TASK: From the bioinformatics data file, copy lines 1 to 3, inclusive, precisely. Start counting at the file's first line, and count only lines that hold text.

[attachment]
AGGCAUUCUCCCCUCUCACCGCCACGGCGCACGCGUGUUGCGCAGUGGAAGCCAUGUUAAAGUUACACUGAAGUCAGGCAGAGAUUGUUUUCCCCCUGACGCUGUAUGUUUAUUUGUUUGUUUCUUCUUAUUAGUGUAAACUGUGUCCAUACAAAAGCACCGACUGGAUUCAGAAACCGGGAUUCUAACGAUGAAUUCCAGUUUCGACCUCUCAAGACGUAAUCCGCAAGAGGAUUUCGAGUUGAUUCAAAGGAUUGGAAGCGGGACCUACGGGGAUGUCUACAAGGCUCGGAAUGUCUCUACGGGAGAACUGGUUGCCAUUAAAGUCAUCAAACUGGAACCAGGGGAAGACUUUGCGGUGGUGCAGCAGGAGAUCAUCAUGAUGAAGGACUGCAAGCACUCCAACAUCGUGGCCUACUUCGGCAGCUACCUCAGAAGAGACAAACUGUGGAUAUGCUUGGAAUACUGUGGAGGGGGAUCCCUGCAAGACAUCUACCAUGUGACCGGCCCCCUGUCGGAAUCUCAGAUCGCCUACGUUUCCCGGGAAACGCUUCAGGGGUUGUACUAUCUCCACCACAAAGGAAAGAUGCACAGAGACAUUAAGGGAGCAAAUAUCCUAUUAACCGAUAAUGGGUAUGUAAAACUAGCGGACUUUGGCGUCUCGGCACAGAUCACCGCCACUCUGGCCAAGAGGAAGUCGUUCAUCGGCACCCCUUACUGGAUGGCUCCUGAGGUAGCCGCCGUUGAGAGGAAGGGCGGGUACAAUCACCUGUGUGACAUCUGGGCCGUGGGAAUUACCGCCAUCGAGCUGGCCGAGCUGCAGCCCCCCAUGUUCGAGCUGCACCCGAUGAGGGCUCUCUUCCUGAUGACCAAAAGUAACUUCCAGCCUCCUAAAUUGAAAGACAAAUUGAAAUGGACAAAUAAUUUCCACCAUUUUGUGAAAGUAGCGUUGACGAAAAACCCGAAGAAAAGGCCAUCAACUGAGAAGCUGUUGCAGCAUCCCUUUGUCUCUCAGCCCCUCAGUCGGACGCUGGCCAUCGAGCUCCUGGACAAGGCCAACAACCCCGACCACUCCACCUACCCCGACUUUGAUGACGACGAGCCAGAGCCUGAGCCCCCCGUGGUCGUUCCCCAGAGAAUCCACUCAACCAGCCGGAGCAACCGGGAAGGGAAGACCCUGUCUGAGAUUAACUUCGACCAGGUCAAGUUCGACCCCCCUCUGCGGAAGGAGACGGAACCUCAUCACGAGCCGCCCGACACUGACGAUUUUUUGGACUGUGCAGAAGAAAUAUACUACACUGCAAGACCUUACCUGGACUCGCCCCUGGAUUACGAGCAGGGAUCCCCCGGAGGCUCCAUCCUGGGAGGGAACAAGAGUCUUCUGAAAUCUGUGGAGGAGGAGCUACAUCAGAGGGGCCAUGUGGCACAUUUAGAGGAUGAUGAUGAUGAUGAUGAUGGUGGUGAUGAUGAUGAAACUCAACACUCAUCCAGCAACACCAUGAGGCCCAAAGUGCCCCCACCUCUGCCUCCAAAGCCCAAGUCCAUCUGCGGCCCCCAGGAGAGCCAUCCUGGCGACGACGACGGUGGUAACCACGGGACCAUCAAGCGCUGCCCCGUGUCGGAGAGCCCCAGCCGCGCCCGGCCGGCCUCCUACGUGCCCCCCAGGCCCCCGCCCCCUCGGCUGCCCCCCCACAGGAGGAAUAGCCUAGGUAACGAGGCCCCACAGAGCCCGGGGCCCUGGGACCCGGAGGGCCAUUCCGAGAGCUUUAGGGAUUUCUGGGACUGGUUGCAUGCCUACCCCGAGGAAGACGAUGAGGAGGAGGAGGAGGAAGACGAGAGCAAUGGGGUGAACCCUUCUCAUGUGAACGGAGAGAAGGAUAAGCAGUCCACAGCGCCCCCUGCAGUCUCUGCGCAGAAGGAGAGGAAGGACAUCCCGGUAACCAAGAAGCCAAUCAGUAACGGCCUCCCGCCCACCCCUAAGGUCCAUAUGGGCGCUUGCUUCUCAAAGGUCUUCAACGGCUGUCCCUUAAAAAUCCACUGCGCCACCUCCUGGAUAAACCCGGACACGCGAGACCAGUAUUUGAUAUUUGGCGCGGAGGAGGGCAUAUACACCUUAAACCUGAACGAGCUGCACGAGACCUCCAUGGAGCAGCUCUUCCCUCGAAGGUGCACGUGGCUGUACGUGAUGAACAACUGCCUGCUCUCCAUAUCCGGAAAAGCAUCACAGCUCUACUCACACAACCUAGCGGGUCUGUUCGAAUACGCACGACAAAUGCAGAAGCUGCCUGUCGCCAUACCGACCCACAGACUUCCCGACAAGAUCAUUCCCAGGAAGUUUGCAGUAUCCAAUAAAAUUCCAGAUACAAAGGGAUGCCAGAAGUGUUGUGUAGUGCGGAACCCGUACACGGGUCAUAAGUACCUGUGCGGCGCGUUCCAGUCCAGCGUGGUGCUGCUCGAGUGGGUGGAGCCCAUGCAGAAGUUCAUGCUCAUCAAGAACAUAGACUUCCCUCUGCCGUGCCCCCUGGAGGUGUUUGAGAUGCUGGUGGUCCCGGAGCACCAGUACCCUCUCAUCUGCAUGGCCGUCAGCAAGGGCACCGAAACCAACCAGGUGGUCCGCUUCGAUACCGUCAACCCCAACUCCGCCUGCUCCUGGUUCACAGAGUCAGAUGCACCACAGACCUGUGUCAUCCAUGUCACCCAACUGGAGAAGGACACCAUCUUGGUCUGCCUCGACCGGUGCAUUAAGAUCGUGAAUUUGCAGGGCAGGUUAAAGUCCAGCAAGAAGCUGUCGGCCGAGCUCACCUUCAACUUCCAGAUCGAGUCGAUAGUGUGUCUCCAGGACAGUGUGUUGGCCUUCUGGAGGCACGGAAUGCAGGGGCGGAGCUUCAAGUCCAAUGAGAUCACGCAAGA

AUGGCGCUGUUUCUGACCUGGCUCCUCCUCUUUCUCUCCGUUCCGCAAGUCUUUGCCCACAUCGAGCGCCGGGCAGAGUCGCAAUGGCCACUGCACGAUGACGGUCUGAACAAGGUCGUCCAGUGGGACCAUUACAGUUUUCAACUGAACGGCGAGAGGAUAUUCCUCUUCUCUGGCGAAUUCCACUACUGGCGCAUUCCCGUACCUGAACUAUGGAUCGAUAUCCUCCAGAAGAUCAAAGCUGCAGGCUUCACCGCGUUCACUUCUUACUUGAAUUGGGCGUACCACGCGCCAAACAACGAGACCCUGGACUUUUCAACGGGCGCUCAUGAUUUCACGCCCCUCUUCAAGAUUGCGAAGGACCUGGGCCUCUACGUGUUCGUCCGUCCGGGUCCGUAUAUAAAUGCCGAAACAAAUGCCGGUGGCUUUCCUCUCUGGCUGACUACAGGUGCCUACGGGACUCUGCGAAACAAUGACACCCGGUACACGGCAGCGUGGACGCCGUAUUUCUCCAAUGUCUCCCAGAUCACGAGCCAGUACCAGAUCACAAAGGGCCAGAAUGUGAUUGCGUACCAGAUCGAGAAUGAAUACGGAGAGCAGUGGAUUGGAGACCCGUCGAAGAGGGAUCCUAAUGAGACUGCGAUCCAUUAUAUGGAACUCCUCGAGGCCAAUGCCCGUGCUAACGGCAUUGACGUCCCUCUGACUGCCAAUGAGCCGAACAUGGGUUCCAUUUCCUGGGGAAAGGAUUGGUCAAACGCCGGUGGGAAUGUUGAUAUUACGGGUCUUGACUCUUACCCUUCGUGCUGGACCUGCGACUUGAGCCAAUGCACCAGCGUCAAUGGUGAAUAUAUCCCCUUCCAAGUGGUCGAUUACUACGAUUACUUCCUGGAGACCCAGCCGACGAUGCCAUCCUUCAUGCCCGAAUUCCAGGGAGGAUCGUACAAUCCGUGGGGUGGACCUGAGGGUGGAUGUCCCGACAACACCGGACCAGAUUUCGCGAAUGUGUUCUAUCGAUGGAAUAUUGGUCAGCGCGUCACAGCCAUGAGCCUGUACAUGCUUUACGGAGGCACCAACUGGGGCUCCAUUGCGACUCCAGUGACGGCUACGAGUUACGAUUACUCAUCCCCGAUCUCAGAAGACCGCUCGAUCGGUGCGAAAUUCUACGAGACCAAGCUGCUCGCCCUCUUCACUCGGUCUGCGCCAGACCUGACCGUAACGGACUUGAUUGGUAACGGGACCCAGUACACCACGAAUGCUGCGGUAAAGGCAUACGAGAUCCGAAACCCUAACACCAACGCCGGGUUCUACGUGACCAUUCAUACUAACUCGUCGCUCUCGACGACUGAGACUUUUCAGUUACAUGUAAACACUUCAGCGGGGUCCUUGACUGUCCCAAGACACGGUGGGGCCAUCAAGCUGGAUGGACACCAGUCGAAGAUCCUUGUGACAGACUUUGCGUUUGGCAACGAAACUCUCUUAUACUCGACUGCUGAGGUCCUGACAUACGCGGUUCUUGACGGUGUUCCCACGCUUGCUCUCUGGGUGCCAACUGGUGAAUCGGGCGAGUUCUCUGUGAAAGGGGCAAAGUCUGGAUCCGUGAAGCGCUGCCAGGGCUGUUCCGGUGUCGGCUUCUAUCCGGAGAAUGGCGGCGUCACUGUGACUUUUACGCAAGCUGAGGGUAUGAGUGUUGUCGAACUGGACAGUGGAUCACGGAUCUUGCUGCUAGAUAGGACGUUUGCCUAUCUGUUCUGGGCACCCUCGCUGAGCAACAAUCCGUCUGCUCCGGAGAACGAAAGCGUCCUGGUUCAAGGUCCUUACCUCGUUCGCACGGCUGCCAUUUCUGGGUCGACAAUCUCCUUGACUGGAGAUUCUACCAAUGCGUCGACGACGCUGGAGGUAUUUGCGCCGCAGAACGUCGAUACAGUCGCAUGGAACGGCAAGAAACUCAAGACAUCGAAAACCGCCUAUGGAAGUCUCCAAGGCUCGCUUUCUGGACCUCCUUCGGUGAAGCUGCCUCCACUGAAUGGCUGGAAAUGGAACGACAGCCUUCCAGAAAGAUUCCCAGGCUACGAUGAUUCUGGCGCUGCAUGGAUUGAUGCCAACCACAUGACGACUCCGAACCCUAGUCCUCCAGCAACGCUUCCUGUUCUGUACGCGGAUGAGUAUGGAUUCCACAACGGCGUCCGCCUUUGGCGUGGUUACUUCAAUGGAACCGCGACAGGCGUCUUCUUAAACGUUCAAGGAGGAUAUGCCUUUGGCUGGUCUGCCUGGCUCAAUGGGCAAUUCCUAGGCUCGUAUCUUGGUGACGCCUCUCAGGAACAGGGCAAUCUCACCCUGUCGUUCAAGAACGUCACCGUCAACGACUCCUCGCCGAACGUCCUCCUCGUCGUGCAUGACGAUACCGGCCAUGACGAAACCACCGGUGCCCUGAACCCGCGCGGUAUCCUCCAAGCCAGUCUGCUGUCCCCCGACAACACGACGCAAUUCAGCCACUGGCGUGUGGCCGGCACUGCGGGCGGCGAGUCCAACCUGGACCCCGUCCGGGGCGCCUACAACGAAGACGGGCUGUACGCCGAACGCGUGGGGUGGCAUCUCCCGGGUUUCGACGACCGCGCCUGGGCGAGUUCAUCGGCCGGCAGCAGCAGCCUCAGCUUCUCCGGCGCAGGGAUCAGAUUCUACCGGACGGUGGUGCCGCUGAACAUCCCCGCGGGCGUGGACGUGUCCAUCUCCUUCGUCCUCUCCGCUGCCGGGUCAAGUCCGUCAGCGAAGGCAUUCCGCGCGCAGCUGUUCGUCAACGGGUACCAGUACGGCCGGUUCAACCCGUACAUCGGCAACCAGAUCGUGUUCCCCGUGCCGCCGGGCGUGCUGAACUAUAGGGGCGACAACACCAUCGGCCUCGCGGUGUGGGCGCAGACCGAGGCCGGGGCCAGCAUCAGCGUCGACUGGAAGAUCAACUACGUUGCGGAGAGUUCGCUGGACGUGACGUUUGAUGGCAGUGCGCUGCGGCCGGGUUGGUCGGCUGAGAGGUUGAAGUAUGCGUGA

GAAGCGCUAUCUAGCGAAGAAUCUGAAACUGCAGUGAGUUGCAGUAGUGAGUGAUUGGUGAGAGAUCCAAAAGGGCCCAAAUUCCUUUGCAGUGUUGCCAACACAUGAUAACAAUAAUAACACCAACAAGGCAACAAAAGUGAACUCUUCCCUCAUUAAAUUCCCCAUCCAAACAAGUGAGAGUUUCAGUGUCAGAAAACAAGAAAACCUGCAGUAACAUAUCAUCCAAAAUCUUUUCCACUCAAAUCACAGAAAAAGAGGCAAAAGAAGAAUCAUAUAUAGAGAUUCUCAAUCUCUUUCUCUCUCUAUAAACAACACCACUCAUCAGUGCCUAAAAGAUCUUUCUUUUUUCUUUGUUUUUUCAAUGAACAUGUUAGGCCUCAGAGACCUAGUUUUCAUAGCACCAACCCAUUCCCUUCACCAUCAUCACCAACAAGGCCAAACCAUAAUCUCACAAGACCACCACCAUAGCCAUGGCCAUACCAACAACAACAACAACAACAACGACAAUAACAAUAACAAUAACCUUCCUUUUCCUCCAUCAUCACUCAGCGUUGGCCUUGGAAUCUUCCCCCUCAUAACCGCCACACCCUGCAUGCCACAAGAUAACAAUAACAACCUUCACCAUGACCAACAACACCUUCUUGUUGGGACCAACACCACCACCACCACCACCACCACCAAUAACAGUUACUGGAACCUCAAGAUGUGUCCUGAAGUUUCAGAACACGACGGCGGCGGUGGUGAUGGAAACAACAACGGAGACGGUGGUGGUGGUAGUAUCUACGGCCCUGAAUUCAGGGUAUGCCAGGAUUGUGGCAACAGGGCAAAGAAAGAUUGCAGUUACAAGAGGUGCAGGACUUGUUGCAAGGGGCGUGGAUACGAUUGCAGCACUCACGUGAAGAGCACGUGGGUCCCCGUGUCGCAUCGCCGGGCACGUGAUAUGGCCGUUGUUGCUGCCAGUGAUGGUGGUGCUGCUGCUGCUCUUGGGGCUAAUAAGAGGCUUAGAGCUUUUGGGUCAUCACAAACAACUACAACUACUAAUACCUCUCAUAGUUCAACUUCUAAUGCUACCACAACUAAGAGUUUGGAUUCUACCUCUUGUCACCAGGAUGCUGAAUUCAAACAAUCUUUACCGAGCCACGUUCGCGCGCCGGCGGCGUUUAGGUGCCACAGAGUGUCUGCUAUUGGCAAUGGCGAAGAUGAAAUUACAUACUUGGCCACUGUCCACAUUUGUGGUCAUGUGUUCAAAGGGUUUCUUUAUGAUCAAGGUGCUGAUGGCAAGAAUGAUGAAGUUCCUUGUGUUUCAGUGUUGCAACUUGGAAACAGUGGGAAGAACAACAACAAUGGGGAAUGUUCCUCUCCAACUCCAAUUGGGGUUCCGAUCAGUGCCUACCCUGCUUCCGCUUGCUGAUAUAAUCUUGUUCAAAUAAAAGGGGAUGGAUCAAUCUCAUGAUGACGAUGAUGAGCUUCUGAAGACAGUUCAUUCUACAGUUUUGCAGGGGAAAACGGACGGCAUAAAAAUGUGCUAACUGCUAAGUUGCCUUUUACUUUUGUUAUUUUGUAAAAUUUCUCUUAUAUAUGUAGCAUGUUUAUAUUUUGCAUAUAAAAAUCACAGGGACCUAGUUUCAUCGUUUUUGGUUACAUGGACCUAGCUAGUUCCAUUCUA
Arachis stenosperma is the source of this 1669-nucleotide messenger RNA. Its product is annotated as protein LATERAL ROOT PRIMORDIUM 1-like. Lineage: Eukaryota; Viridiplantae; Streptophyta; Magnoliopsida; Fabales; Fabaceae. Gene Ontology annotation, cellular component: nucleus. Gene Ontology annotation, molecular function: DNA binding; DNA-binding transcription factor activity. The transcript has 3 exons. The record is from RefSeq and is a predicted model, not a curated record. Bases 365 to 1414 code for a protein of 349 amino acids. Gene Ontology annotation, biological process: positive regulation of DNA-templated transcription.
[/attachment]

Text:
AGGCAUUCUCCCCUCUCACCGCCACGGCGCACGCGUGUUGCGCAGUGGAAGCCAUGUUAAAGUUACACUGAAGUCAGGCAGAGAUUGUUUUCCCCCUGACGCUGUAUGUUUAUUUGUUUGUUUCUUCUUAUUAGUGUAAACUGUGUCCAUACAAAAGCACCGACUGGAUUCAGAAACCGGGAUUCUAACGAUGAAUUCCAGUUUCGACCUCUCAAGACGUAAUCCGCAAGAGGAUUUCGAGUUGAUUCAAAGGAUUGGAAGCGGGACCUACGGGGAUGUCUACAAGGCUCGGAAUGUCUCUACGGGAGAACUGGUUGCCAUUAAAGUCAUCAAACUGGAACCAGGGGAAGACUUUGCGGUGGUGCAGCAGGAGAUCAUCAUGAUGAAGGACUGCAAGCACUCCAACAUCGUGGCCUACUUCGGCAGCUACCUCAGAAGAGACAAACUGUGGAUAUGCUUGGAAUACUGUGGAGGGGGAUCCCUGCAAGACAUCUACCAUGUGACCGGCCCCCUGUCGGAAUCUCAGAUCGCCUACGUUUCCCGGGAAACGCUUCAGGGGUUGUACUAUCUCCACCACAAAGGAAAGAUGCACAGAGACAUUAAGGGAGCAAAUAUCCUAUUAACCGAUAAUGGGUAUGUAAAACUAGCGGACUUUGGCGUCUCGGCACAGAUCACCGCCACUCUGGCCAAGAGGAAGUCGUUCAUCGGCACCCCUUACUGGAUGGCUCCUGAGGUAGCCGCCGUUGAGAGGAAGGGCGGGUACAAUCACCUGUGUGACAUCUGGGCCGUGGGAAUUACCGCCAUCGAGCUGGCCGAGCUGCAGCCCCCCAUGUUCGAGCUGCACCCGAUGAGGGCUCUCUUCCUGAUGACCAAAAGUAACUUCCAGCCUCCUAAAUUGAAAGACAAAUUGAAAUGGACAAAUAAUUUCCACCAUUUUGUGAAAGUAGCGUUGACGAAAAACCCGAAGAAAAGGCCAUCAACUGAGAAGCUGUUGCAGCAUCCCUUUGUCUCUCAGCCCCUCAGUCGGACGCUGGCCAUCGAGCUCCUGGACAAGGCCAACAACCCCGACCACUCCACCUACCCCGACUUUGAUGACGACGAGCCAGAGCCUGAGCCCCCCGUGGUCGUUCCCCAGAGAAUCCACUCAACCAGCCGGAGCAACCGGGAAGGGAAGACCCUGUCUGAGAUUAACUUCGACCAGGUCAAGUUCGACCCCCCUCUGCGGAAGGAGACGGAACCUCAUCACGAGCCGCCCGACACUGACGAUUUUUUGGACUGUGCAGAAGAAAUAUACUACACUGCAAGACCUUACCUGGACUCGCCCCUGGAUUACGAGCAGGGAUCCCCCGGAGGCUCCAUCCUGGGAGGGAACAAGAGUCUUCUGAAAUCUGUGGAGGAGGAGCUACAUCAGAGGGGCCAUGUGGCACAUUUAGAGGAUGAUGAUGAUGAUGAUGAUGGUGGUGAUGAUGAUGAAACUCAACACUCAUCCAGCAACACCAUGAGGCCCAAAGUGCCCCCACCUCUGCCUCCAAAGCCCAAGUCCAUCUGCGGCCCCCAGGAGAGCCAUCCUGGCGACGACGACGGUGGUAACCACGGGACCAUCAAGCGCUGCCCCGUGUCGGAGAGCCCCAGCCGCGCCCGGCCGGCCUCCUACGUGCCCCCCAGGCCCCCGCCCCCUCGGCUGCCCCCCCACAGGAGGAAUAGCCUAGGUAACGAGGCCCCACAGAGCCCGGGGCCCUGGGACCCGGAGGGCCAUUCCGAGAGCUUUAGGGAUUUCUGGGACUGGUUGCAUGCCUACCCCGAGGAAGACGAUGAGGAGGAGGAGGAGGAAGACGAGAGCAAUGGGGUGAACCCUUCUCAUGUGAACGGAGAGAAGGAUAAGCAGUCCACAGCGCCCCCUGCAGUCUCUGCGCAGAAGGAGAGGAAGGACAUCCCGGUAACCAAGAAGCCAAUCAGUAACGGCCUCCCGCCCACCCCUAAGGUCCAUAUGGGCGCUUGCUUCUCAAAGGUCUUCAACGGCUGUCCCUUAAAAAUCCACUGCGCCACCUCCUGGAUAAACCCGGACACGCGAGACCAGUAUUUGAUAUUUGGCGCGGAGGAGGGCAUAUACACCUUAAACCUGAACGAGCUGCACGAGACCUCCAUGGAGCAGCUCUUCCCUCGAAGGUGCACGUGGCUGUACGUGAUGAACAACUGCCUGCUCUCCAUAUCCGGAAAAGCAUCACAGCUCUACUCACACAACCUAGCGGGUCUGUUCGAAUACGCACGACAAAUGCAGAAGCUGCCUGUCGCCAUACCGACCCACAGACUUCCCGACAAGAUCAUUCCCAGGAAGUUUGCAGUAUCCAAUAAAAUUCCAGAUACAAAGGGAUGCCAGAAGUGUUGUGUAGUGCGGAACCCGUACACGGGUCAUAAGUACCUGUGCGGCGCGUUCCAGUCCAGCGUGGUGCUGCUCGAGUGGGUGGAGCCCAUGCAGAAGUUCAUGCUCAUCAAGAACAUAGACUUCCCUCUGCCGUGCCCCCUGGAGGUGUUUGAGAUGCUGGUGGUCCCGGAGCACCAGUACCCUCUCAUCUGCAUGGCCGUCAGCAAGGGCACCGAAACCAACCAGGUGGUCCGCUUCGAUACCGUCAACCCCAACUCCGCCUGCUCCUGGUUCACAGAGUCAGAUGCACCACAGACCUGUGUCAUCCAUGUCACCCAACUGGAGAAGGACACCAUCUUGGUCUGCCUCGACCGGUGCAUUAAGAUCGUGAAUUUGCAGGGCAGGUUAAAGUCCAGCAAGAAGCUGUCGGCCGAGCUCACCUUCAACUUCCAGAUCGAGUCGAUAGUGUGUCUCCAGGACAGUGUGUUGGCCUUCUGGAGGCACGGAAUGCAGGGGCGGAGCUUCAAGUCCAAUGAGAUCACGCAAGA

AUGGCGCUGUUUCUGACCUGGCUCCUCCUCUUUCUCUCCGUUCCGCAAGUCUUUGCCCACAUCGAGCGCCGGGCAGAGUCGCAAUGGCCACUGCACGAUGACGGUCUGAACAAGGUCGUCCAGUGGGACCAUUACAGUUUUCAACUGAACGGCGAGAGGAUAUUCCUCUUCUCUGGCGAAUUCCACUACUGGCGCAUUCCCGUACCUGAACUAUGGAUCGAUAUCCUCCAGAAGAUCAAAGCUGCAGGCUUCACCGCGUUCACUUCUUACUUGAAUUGGGCGUACCACGCGCCAAACAACGAGACCCUGGACUUUUCAACGGGCGCUCAUGAUUUCACGCCCCUCUUCAAGAUUGCGAAGGACCUGGGCCUCUACGUGUUCGUCCGUCCGGGUCCGUAUAUAAAUGCCGAAACAAAUGCCGGUGGCUUUCCUCUCUGGCUGACUACAGGUGCCUACGGGACUCUGCGAAACAAUGACACCCGGUACACGGCAGCGUGGACGCCGUAUUUCUCCAAUGUCUCCCAGAUCACGAGCCAGUACCAGAUCACAAAGGGCCAGAAUGUGAUUGCGUACCAGAUCGAGAAUGAAUACGGAGAGCAGUGGAUUGGAGACCCGUCGAAGAGGGAUCCUAAUGAGACUGCGAUCCAUUAUAUGGAACUCCUCGAGGCCAAUGCCCGUGCUAACGGCAUUGACGUCCCUCUGACUGCCAAUGAGCCGAACAUGGGUUCCAUUUCCUGGGGAAAGGAUUGGUCAAACGCCGGUGGGAAUGUUGAUAUUACGGGUCUUGACUCUUACCCUUCGUGCUGGACCUGCGACUUGAGCCAAUGCACCAGCGUCAAUGGUGAAUAUAUCCCCUUCCAAGUGGUCGAUUACUACGAUUACUUCCUGGAGACCCAGCCGACGAUGCCAUCCUUCAUGCCCGAAUUCCAGGGAGGAUCGUACAAUCCGUGGGGUGGACCUGAGGGUGGAUGUCCCGACAACACCGGACCAGAUUUCGCGAAUGUGUUCUAUCGAUGGAAUAUUGGUCAGCGCGUCACAGCCAUGAGCCUGUACAUGCUUUACGGAGGCACCAACUGGGGCUCCAUUGCGACUCCAGUGACGGCUACGAGUUACGAUUACUCAUCCCCGAUCUCAGAAGACCGCUCGAUCGGUGCGAAAUUCUACGAGACCAAGCUGCUCGCCCUCUUCACUCGGUCUGCGCCAGACCUGACCGUAACGGACUUGAUUGGUAACGGGACCCAGUACACCACGAAUGCUGCGGUAAAGGCAUACGAGAUCCGAAACCCUAACACCAACGCCGGGUUCUACGUGACCAUUCAUACUAACUCGUCGCUCUCGACGACUGAGACUUUUCAGUUACAUGUAAACACUUCAGCGGGGUCCUUGACUGUCCCAAGACACGGUGGGGCCAUCAAGCUGGAUGGACACCAGUCGAAGAUCCUUGUGACAGACUUUGCGUUUGGCAACGAAACUCUCUUAUACUCGACUGCUGAGGUCCUGACAUACGCGGUUCUUGACGGUGUUCCCACGCUUGCUCUCUGGGUGCCAACUGGUGAAUCGGGCGAGUUCUCUGUGAAAGGGGCAAAGUCUGGAUCCGUGAAGCGCUGCCAGGGCUGUUCCGGUGUCGGCUUCUAUCCGGAGAAUGGCGGCGUCACUGUGACUUUUACGCAAGCUGAGGGUAUGAGUGUUGUCGAACUGGACAGUGGAUCACGGAUCUUGCUGCUAGAUAGGACGUUUGCCUAUCUGUUCUGGGCACCCUCGCUGAGCAACAAUCCGUCUGCUCCGGAGAACGAAAGCGUCCUGGUUCAAGGUCCUUACCUCGUUCGCACGGCUGCCAUUUCUGGGUCGACAAUCUCCUUGACUGGAGAUUCUACCAAUGCGUCGACGACGCUGGAGGUAUUUGCGCCGCAGAACGUCGAUACAGUCGCAUGGAACGGCAAGAAACUCAAGACAUCGAAAACCGCCUAUGGAAGUCUCCAAGGCUCGCUUUCUGGACCUCCUUCGGUGAAGCUGCCUCCACUGAAUGGCUGGAAAUGGAACGACAGCCUUCCAGAAAGAUUCCCAGGCUACGAUGAUUCUGGCGCUGCAUGGAUUGAUGCCAACCACAUGACGACUCCGAACCCUAGUCCUCCAGCAACGCUUCCUGUUCUGUACGCGGAUGAGUAUGGAUUCCACAACGGCGUCCGCCUUUGGCGUGGUUACUUCAAUGGAACCGCGACAGGCGUCUUCUUAAACGUUCAAGGAGGAUAUGCCUUUGGCUGGUCUGCCUGGCUCAAUGGGCAAUUCCUAGGCUCGUAUCUUGGUGACGCCUCUCAGGAACAGGGCAAUCUCACCCUGUCGUUCAAGAACGUCACCGUCAACGACUCCUCGCCGAACGUCCUCCUCGUCGUGCAUGACGAUACCGGCCAUGACGAAACCACCGGUGCCCUGAACCCGCGCGGUAUCCUCCAAGCCAGUCUGCUGUCCCCCGACAACACGACGCAAUUCAGCCACUGGCGUGUGGCCGGCACUGCGGGCGGCGAGUCCAACCUGGACCCCGUCCGGGGCGCCUACAACGAAGACGGGCUGUACGCCGAACGCGUGGGGUGGCAUCUCCCGGGUUUCGACGACCGCGCCUGGGCGAGUUCAUCGGCCGGCAGCAGCAGCCUCAGCUUCUCCGGCGCAGGGAUCAGAUUCUACCGGACGGUGGUGCCGCUGAACAUCCCCGCGGGCGUGGACGUGUCCAUCUCCUUCGUCCUCUCCGCUGCCGGGUCAAGUCCGUCAGCGAAGGCAUUCCGCGCGCAGCUGUUCGUCAACGGGUACCAGUACGGCCGGUUCAACCCGUACAUCGGCAACCAGAUCGUGUUCCCCGUGCCGCCGGGCGUGCUGAACUAUAGGGGCGACAACACCAUCGGCCUCGCGGUGUGGGCGCAGACCGAGGCCGGGGCCAGCAUCAGCGUCGACUGGAAGAUCAACUACGUUGCGGAGAGUUCGCUGGACGUGACGUUUGAUGGCAGUGCGCUGCGGCCGGGUUGGUCGGCUGAGAGGUUGAAGUAUGCGUGA

GAAGCGCUAUCUAGCGAAGAAUCUGAAACUGCAGUGAGUUGCAGUAGUGAGUGAUUGGUGAGAGAUCCAAAAGGGCCCAAAUUCCUUUGCAGUGUUGCCAACACAUGAUAACAAUAAUAACACCAACAAGGCAACAAAAGUGAACUCUUCCCUCAUUAAAUUCCCCAUCCAAACAAGUGAGAGUUUCAGUGUCAGAAAACAAGAAAACCUGCAGUAACAUAUCAUCCAAAAUCUUUUCCACUCAAAUCACAGAAAAAGAGGCAAAAGAAGAAUCAUAUAUAGAGAUUCUCAAUCUCUUUCUCUCUCUAUAAACAACACCACUCAUCAGUGCCUAAAAGAUCUUUCUUUUUUCUUUGUUUUUUCAAUGAACAUGUUAGGCCUCAGAGACCUAGUUUUCAUAGCACCAACCCAUUCCCUUCACCAUCAUCACCAACAAGGCCAAACCAUAAUCUCACAAGACCACCACCAUAGCCAUGGCCAUACCAACAACAACAACAACAACAACGACAAUAACAAUAACAAUAACCUUCCUUUUCCUCCAUCAUCACUCAGCGUUGGCCUUGGAAUCUUCCCCCUCAUAACCGCCACACCCUGCAUGCCACAAGAUAACAAUAACAACCUUCACCAUGACCAACAACACCUUCUUGUUGGGACCAACACCACCACCACCACCACCACCACCAAUAACAGUUACUGGAACCUCAAGAUGUGUCCUGAAGUUUCAGAACACGACGGCGGCGGUGGUGAUGGAAACAACAACGGAGACGGUGGUGGUGGUAGUAUCUACGGCCCUGAAUUCAGGGUAUGCCAGGAUUGUGGCAACAGGGCAAAGAAAGAUUGCAGUUACAAGAGGUGCAGGACUUGUUGCAAGGGGCGUGGAUACGAUUGCAGCACUCACGUGAAGAGCACGUGGGUCCCCGUGUCGCAUCGCCGGGCACGUGAUAUGGCCGUUGUUGCUGCCAGUGAUGGUGGUGCUGCUGCUGCUCUUGGGGCUAAUAAGAGGCUUAGAGCUUUUGGGUCAUCACAAACAACUACAACUACUAAUACCUCUCAUAGUUCAACUUCUAAUGCUACCACAACUAAGAGUUUGGAUUCUACCUCUUGUCACCAGGAUGCUGAAUUCAAACAAUCUUUACCGAGCCACGUUCGCGCGCCGGCGGCGUUUAGGUGCCACAGAGUGUCUGCUAUUGGCAAUGGCGAAGAUGAAAUUACAUACUUGGCCACUGUCCACAUUUGUGGUCAUGUGUUCAAAGGGUUUCUUUAUGAUCAAGGUGCUGAUGGCAAGAAUGAUGAAGUUCCUUGUGUUUCAGUGUUGCAACUUGGAAACAGUGGGAAGAACAACAACAAUGGGGAAUGUUCCUCUCCAACUCCAAUUGGGGUUCCGAUCAGUGCCUACCCUGCUUCCGCUUGCUGAUAUAAUCUUGUUCAAAUAAAAGGGGAUGGAUCAAUCUCAUGAUGACGAUGAUGAGCUUCUGAAGACAGUUCAUUCUACAGUUUUGCAGGGGAAAACGGACGGCAUAAAAAUGUGCUAACUGCUAAGUUGCCUUUUACUUUUGUUAUUUUGUAAAAUUUCUCUUAUAUAUGUAGCAUGUUUAUAUUUUGCAUAUAAAAAUCACAGGGACCUAGUUUCAUCGUUUUUGGUUACAUGGACCUAGCUAGUUCCAUUCUA